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I have a data access layer made with Spring-Data. I'm now creating a web application on top of it. This one controller method should return a Spring-Data Page formatted as JSON.

Such a Page is a List with additional Paging info like total amount of records and so forth.

Is that possible and if yes how?

And directly related to that can I define the mapping of property names? Eg. meaning I would need define how the paging info properties are named in JSON (differently than in page). Is this possible and how?

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2 Answers 2

up vote 34 down vote accepted

There's support for a scenario like this upcoming in Spring HATEOAS and Spring Data Commons. Spring HATEOAS comes with a PageMetadata object that essentially contains the same data as a Page but in a less enforcing manner, so that it can be more easily marshaled and unmarshaled.

Another aspect of the reason we implement this in combination with Spring HATEOAS and Spring Data commons is that there's little value in simply marshaling the page, it's content and the metadata but also want to generate the links to maybe existing next or previous pages, so that the client doesn't have to construct URIs to traverse these pages itself.

An example

Assume a domain class Person:

class Person {

  Long id;
  String firstname, lastname;

as well as it's corresponding repository:

interface PersonRepository extends PagingAndSortingRepository<Person, Long> { }

You can now expose a Spring MVC controller as follows:

class PersonController {

  @Autowired PersonRepository repository;

  @RequestMapping(value = "/persons", method = RequestMethod.GET)
  HttpEntity<PagedResources<Person>> persons(Pageable pageable, 
    PagedResourcesAssembler assembler) {

    Page<Person> persons = repository.findAll(pageable);
    return new ResponseEntity<>(assembler.toResources(persons), HttpStatus.OK);

There's probably quite a bit to explain here. Let's take it step by step:

  1. We have a Spring MVC controller getting the repository wired into it. This requires Spring Data being set up (either through @Enable(Jpa|Mongo|Neo4j|Gemfire)Repositories or the XML equivalents). The controller method is mapped to /persons, which means it will accept all GET requests to that method.
  2. The core type returned from the method is a PagedResource - a type from Spring HATEOAS that represents some content enriched with Links plus a PageMetadata.
  3. When the method is invoked, Spring MVC will have to create instances for Pageable and PagedResourcesAssembler. To get this working you need to enable the Spring Data web support either through the @EnableSpringDataWebSupport annotation about to be introduced in the upcoming milestone of Spring Data Commons or via standalone bean definitions (documented here).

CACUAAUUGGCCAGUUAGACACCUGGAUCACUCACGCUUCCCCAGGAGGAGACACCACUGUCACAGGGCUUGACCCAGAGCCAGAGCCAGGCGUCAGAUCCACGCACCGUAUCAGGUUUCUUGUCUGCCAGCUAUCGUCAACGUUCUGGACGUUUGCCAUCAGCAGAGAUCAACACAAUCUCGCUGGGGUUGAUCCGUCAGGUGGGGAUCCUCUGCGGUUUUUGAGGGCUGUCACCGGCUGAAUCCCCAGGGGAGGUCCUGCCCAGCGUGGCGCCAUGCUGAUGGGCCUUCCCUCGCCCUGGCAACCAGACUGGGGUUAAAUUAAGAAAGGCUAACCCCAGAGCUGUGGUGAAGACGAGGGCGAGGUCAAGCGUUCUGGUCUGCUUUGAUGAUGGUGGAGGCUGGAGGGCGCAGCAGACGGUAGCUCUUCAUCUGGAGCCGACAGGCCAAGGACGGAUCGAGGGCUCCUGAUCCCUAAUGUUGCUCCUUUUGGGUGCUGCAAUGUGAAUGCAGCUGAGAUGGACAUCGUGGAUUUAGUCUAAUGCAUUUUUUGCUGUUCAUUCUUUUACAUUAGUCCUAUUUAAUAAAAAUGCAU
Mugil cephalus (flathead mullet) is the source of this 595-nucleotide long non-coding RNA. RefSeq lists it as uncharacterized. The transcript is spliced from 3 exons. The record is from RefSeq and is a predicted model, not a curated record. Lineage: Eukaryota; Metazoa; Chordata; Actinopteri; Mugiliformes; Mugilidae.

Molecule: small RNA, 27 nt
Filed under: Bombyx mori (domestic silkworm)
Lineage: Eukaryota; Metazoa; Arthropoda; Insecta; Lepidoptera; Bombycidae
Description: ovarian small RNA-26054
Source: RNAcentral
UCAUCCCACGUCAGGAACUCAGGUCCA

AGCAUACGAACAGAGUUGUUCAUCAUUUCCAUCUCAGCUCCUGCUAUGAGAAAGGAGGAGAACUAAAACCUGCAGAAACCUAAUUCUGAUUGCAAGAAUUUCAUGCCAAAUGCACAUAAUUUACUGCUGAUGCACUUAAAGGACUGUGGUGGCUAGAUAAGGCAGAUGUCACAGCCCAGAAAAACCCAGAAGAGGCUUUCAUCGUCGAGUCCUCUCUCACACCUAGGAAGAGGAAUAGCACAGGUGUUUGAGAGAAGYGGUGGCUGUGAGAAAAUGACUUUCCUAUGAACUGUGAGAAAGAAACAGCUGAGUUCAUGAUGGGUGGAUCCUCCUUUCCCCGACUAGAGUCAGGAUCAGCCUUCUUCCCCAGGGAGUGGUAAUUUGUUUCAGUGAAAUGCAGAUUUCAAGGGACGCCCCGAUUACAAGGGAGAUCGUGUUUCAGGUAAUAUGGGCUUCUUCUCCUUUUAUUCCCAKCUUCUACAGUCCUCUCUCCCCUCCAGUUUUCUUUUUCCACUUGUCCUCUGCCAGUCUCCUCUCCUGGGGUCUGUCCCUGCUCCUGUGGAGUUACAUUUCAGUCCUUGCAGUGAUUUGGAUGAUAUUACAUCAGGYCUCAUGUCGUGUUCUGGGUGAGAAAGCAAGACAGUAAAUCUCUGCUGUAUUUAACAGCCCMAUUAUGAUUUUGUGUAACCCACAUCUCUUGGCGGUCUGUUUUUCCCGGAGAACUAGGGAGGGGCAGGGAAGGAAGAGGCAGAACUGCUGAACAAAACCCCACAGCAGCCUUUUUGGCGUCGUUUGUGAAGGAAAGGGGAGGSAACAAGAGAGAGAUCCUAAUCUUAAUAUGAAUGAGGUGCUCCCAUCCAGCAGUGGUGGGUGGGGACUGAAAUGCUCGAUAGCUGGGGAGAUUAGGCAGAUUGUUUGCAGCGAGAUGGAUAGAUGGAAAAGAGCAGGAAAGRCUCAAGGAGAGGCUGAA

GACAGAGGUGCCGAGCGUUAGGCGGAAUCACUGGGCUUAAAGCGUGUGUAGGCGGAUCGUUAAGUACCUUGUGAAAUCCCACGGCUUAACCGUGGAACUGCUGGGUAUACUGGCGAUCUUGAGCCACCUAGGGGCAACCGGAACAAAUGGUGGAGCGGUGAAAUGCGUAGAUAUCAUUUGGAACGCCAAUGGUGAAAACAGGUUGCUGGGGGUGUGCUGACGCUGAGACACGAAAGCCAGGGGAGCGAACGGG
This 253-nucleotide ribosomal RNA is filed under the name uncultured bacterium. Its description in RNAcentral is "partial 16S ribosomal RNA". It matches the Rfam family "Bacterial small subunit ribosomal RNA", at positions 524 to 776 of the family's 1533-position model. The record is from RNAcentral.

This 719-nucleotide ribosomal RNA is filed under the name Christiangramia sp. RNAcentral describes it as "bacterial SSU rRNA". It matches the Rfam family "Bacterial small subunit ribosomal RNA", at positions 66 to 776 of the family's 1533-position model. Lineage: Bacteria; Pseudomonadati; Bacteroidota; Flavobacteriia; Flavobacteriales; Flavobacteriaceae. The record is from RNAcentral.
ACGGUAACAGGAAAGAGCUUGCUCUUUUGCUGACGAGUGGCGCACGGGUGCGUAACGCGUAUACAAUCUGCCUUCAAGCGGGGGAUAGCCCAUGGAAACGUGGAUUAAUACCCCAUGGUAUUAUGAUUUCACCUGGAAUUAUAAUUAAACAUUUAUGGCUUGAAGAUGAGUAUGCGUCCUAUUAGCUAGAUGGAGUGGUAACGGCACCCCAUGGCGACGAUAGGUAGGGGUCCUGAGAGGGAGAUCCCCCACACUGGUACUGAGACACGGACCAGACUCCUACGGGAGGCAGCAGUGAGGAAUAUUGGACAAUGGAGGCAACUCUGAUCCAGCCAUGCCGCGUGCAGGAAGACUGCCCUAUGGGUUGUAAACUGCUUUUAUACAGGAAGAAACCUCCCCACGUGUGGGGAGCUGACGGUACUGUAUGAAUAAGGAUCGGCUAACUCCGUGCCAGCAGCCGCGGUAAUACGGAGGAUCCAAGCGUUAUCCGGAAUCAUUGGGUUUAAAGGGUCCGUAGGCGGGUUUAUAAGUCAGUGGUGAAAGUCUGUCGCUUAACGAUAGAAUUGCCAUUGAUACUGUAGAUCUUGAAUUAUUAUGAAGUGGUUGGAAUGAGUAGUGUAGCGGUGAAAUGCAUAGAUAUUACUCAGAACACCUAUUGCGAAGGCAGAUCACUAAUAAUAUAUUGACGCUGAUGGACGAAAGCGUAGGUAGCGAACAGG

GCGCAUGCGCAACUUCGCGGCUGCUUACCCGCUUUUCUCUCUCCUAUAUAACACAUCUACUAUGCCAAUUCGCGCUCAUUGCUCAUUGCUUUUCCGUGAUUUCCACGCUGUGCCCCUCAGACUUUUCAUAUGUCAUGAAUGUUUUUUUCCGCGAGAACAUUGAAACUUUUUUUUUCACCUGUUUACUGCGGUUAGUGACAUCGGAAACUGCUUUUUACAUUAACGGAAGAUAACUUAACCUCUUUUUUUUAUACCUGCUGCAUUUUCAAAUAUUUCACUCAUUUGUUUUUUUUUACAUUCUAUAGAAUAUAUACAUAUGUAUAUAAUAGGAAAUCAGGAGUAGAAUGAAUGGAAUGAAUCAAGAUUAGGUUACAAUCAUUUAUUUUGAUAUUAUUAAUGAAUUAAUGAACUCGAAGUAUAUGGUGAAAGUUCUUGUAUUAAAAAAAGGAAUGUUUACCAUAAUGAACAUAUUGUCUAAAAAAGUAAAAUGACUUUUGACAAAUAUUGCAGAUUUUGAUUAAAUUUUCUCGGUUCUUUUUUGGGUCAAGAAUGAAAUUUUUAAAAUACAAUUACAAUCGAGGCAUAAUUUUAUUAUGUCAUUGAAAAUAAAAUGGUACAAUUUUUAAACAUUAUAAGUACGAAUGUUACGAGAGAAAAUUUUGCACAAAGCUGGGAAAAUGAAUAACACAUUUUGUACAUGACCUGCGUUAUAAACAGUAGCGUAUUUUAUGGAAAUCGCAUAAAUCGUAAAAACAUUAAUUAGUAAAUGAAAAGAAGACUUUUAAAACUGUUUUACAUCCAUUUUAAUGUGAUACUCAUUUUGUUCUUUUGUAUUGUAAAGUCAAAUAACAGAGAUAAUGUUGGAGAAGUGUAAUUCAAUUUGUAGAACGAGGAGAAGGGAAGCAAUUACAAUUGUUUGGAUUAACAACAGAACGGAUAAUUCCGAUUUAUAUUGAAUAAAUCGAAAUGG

The Pageable will be populated with information from the request. The default configuration will turn ?page=0&size=10 into a Pageable requesting the first page by a page size of 10.

    The PageableResourcesAssembler allows you to easily turn a Page into a PagedResources instances. It will not only add the page metadata to the response but also add the appropriate links to the representation based on what page you access and how your Pageable resolution is configured.

A sample JavaConfig configuration to enable this for JPA would look like this:

class ApplicationConfig {

  // declare infrastructure components like EntityManagerFactory etc. here

A sample request and response

Assume we have 30 Persons in the database. You can now trigger a request GET http://localhost:8080/persons and you'll see something similar to this:

{ "links" : [
    { "rel" : "next", "href" : "http://localhost:8080/persons?page=1&size=20 }
  "content" : [
    … // 20 Person instances rendered here
  "pageMetadata" : {
    "size" : 20,
    "totalElements" : 30,
    "totalPages" : 2,
    "number" : 0

Note that the assembler produced the correct URI and also picks up the default configuration present to resolve the parameters into a Pageable for an upcoming request. This means, if you change that configuration, the links will automatically adhere to the change. By default the assembler points to the controller method it was invoked in but that can be customized by handing in a custom Link to be used as base to build the pagination links to overloads of the PagedResourcesAssembler.toResource(…) method.